In January 2007 Gustavus Adolphus College in Minnesota released results of an online survey it had conducted of college common reading programs across the country. While the Gustavus Adolphus researchers found the attitudes of students, faculty, librarians, and college administrators to be “mostly positive” regarding the programs, the percentage of students who recorded positive responses of any kind—61 percent in all—lagged well behind the 75 percent of faculty members and librarians who responded positively and the 88 percent of top administrators with positive feelings. Only 9 percent of students, however, checked the highest-category box in the survey, “very positive,” (the other 52 percent characterized their responses as merely “positive”), compared with 38 percent of librarians and 47 percent of top administrators who checked the “very positive” box in contrast to the merely “positive” box. Entering college freshmen are clearly less thrilled with their summer reading assignments than those on their campuses who dreamed them up—and they are also reasonably impervious to attempts by administrators to use freshman books as platforms for political indoctrination.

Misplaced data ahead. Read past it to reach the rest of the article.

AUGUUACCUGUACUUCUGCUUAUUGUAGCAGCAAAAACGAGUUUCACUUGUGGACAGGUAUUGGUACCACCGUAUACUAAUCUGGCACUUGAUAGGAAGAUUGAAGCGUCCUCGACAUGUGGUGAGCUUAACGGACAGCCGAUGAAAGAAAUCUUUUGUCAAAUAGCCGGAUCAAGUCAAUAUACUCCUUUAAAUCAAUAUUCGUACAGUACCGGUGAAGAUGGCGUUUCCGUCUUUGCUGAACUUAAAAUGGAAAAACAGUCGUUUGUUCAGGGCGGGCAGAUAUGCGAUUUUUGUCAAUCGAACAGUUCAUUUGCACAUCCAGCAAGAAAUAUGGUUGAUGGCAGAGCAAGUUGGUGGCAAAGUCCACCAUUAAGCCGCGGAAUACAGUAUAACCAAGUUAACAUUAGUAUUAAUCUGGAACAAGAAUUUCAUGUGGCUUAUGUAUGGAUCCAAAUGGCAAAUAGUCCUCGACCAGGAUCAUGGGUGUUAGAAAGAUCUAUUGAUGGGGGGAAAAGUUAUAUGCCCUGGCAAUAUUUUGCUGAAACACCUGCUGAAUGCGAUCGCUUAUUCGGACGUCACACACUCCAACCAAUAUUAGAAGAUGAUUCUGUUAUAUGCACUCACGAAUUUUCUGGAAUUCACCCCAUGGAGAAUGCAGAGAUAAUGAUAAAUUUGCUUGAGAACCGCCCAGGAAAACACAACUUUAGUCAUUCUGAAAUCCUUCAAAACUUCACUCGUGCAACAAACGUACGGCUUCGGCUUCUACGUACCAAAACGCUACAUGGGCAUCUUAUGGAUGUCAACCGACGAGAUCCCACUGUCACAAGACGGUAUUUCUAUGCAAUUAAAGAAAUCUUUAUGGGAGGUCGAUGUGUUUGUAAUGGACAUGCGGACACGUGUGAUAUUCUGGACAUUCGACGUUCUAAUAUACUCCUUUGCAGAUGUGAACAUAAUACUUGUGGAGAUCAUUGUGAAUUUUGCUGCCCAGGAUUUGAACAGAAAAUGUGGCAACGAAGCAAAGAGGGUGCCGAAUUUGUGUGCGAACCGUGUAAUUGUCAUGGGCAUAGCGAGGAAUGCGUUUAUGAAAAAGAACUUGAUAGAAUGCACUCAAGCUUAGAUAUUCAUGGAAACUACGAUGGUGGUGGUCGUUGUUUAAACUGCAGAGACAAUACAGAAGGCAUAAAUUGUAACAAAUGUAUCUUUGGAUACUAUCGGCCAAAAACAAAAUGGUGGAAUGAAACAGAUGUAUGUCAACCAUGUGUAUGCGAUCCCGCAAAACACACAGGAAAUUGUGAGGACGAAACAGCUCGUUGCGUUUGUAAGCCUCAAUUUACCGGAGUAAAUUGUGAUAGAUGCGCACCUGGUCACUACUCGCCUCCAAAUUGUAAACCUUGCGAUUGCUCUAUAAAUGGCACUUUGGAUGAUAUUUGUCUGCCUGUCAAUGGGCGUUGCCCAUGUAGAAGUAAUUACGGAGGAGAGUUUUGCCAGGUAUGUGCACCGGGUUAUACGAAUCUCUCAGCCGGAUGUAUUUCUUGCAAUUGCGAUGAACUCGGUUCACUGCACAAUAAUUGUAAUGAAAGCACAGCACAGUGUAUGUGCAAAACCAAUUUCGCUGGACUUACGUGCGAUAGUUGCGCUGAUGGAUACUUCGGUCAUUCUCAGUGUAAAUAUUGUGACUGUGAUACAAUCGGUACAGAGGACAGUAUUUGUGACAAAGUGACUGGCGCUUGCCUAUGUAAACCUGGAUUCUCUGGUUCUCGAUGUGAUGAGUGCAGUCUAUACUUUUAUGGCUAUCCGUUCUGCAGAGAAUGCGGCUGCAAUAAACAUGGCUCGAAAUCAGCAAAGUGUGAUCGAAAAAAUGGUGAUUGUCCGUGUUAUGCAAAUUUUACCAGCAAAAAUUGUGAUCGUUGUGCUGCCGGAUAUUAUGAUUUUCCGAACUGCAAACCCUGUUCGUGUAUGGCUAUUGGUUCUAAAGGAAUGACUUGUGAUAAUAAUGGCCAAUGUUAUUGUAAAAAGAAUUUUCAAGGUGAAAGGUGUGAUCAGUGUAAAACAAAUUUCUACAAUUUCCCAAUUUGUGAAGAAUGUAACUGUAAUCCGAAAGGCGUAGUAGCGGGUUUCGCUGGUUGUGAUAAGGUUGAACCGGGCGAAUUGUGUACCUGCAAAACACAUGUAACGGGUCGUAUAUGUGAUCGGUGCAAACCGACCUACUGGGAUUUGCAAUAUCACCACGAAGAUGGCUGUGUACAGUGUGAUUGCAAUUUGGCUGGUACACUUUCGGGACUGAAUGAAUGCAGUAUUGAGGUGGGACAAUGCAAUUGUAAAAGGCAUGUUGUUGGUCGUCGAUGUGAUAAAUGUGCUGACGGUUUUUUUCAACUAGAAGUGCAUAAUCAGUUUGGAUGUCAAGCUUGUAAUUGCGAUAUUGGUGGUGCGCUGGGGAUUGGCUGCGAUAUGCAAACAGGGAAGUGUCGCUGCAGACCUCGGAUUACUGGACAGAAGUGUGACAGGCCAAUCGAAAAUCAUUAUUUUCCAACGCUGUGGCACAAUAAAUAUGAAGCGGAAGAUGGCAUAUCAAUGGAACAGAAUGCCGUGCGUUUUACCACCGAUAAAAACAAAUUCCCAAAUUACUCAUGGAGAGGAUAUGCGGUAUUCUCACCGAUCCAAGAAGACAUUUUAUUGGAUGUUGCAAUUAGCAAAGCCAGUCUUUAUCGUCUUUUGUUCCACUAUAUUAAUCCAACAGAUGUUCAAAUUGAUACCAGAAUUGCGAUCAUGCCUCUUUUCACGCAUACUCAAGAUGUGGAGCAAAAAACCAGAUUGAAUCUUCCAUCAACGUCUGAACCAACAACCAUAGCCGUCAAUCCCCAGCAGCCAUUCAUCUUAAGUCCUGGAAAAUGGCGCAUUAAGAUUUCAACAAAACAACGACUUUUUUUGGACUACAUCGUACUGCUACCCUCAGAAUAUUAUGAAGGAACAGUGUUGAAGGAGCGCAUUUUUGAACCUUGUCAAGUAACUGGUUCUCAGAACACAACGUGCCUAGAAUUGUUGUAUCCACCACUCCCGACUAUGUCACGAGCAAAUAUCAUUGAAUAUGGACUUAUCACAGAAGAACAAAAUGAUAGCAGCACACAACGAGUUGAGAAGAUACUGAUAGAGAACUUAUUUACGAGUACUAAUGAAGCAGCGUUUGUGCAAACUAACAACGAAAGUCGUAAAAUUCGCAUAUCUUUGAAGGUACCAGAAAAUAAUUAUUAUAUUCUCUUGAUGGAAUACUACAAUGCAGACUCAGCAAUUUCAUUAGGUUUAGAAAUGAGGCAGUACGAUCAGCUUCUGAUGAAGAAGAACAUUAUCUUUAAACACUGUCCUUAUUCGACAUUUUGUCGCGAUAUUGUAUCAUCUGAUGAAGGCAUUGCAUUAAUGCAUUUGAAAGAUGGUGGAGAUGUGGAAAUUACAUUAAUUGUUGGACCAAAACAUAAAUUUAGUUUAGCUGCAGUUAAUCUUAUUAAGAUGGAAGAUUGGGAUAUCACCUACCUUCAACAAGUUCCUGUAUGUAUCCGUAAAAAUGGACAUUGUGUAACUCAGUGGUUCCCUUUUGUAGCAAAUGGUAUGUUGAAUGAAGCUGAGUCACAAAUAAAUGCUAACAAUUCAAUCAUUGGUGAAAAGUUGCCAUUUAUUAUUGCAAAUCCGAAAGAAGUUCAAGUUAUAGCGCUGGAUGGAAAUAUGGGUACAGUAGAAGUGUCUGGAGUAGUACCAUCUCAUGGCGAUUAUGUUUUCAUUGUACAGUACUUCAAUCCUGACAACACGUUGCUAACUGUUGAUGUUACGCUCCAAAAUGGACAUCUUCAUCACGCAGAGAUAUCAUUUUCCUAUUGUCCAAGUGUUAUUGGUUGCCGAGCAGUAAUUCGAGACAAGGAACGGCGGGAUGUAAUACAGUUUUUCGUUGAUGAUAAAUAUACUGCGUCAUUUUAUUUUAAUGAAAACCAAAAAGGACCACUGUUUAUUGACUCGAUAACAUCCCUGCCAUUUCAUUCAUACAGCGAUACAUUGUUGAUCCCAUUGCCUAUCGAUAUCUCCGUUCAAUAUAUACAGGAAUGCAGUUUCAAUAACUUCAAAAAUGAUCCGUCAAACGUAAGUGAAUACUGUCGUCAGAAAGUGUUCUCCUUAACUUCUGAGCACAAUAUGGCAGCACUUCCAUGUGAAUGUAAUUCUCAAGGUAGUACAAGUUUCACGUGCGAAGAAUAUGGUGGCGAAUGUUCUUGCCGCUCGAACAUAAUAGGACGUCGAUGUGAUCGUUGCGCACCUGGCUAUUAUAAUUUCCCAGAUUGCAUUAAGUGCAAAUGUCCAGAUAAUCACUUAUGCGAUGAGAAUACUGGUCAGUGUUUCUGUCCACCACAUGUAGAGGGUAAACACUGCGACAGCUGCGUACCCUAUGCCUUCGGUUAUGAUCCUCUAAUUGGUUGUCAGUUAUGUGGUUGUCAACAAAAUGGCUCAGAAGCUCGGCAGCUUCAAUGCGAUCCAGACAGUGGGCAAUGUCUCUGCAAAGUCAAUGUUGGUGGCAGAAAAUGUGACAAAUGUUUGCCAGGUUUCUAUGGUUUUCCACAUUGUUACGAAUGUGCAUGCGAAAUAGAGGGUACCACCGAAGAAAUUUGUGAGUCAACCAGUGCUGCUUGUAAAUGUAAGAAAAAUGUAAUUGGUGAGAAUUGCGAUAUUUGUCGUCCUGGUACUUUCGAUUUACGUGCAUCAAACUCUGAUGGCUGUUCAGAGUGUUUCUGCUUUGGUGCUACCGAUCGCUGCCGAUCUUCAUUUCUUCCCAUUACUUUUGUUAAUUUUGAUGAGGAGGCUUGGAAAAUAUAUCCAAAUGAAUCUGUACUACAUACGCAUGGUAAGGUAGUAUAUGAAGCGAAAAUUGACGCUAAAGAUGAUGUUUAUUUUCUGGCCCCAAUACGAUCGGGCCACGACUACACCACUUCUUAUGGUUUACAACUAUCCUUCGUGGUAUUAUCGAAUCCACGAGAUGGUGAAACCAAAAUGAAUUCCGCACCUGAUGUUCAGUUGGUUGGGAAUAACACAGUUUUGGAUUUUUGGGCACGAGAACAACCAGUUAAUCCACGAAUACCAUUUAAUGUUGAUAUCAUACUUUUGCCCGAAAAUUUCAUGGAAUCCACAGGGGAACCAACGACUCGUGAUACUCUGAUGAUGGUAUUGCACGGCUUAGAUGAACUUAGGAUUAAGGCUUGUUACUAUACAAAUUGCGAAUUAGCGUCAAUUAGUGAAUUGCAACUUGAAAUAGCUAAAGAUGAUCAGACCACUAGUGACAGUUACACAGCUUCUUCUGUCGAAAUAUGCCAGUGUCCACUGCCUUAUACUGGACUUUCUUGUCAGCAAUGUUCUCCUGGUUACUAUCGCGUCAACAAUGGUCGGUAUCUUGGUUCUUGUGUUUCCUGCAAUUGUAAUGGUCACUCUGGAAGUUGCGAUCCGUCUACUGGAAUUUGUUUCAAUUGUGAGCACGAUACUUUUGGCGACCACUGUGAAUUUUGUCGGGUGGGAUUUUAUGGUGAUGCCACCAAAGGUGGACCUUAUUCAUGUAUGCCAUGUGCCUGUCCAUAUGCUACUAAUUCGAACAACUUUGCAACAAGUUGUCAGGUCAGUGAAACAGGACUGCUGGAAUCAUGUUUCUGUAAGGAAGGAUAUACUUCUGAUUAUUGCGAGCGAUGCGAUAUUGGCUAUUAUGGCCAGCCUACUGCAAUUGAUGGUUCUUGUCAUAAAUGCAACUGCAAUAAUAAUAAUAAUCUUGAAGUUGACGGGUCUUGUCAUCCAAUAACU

Nickel and Dimed is no longer quite the piece of agitprop du jour on campus that it was a few years ago when it first came out in print, but it is still very much part of the summer reading scene. Both Slippery Rock University of Pennsylvania and California State University’s Northridge campus have assigned Ehrenreich’s book to their entering freshmen and have invited Ehrenreich to speak during orientation week–although Cal State Northridge’s website strives for ideological balance with “teaching resources” that include links to articles presenting a more positive picture of Ehrenreich’s sometime employer Wal-Mart as a low-price boon to the working poor she claims to champion. Such balance is not much in evidence, however, in this fall’s freshman handbook for Ball State University in Indiana, which included a copy of Kolbert’s Field Notes in the packet it mailed to entering students this summer. While not quite requiring Ball State freshmen to actually read Field Notes, the handbook does inform them that there will be “mandatory discussion group sessions” concerning Kolbert’s treatise on Aug. 24, the day before fall classes officially begin. The handbook also features a “homework assignment” that includes having freshmen calculate their ecological footprints on the Earth Day website and a page of “critical thinking questions” such as “Explain the ‘natural greenhouse effect’ and how it is related to global warming.” Students who want to “make a difference” in reducing the nation’s carbon output are advised to recycle aluminum cans, boycott bottled water, and—in what might come as a shock to Kolbert’s former bosses at the New York Times—read newspapers on the Internet instead of buying the paper versions. As a sop to those who do not share Ball State administrators’ climate-change alarmism—or who might complain about spending taxpayer dollars on student brainwashing at a publicly funded university–the handbook does include the URLs for three web pages (but no links in its online version) to which freshmen might turn for alternative views.